While I did not know about the Seattle Holocaust Center before the invitation to visit, my interest in history has led me to enough information about the Holocaust that I hope I would never make the blunder Spicer did last week. But a couple of Simon’s comments made me aware of how little I know about the complicity of corporations and German society in the Holocaust. Simon pointed out artifacts from the death camps with the insignias of BMW and other corporations. Which makes me want to read more about this and makes me uneasy about what we Americans either don’t know or choose not to know about what is being done around the world in our names.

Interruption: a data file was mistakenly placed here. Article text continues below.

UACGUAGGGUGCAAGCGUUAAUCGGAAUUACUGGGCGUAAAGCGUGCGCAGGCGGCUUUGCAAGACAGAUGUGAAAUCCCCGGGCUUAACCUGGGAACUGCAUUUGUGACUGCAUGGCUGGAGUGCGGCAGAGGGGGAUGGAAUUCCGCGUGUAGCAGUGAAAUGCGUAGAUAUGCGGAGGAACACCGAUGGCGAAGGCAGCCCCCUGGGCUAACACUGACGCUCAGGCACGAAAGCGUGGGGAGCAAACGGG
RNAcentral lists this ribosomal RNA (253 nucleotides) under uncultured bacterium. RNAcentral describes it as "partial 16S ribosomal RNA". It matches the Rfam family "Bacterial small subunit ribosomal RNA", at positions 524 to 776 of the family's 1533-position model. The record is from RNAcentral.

The Holocaust ended with the close of World War II in 1945 and many of the Holocaust survivors are passing away. Some of their speaking roles are being taken over by their children and grand children. Simon is an example of that. Her mother was the only member of her school class to survive the Holocaust.
Thanks to Dee for the excellent tour. And to Carol, who invited us and, I suspect, provided the salads for lunch. We’ll try to even things up at your Voices for Humanity Luncheons in October.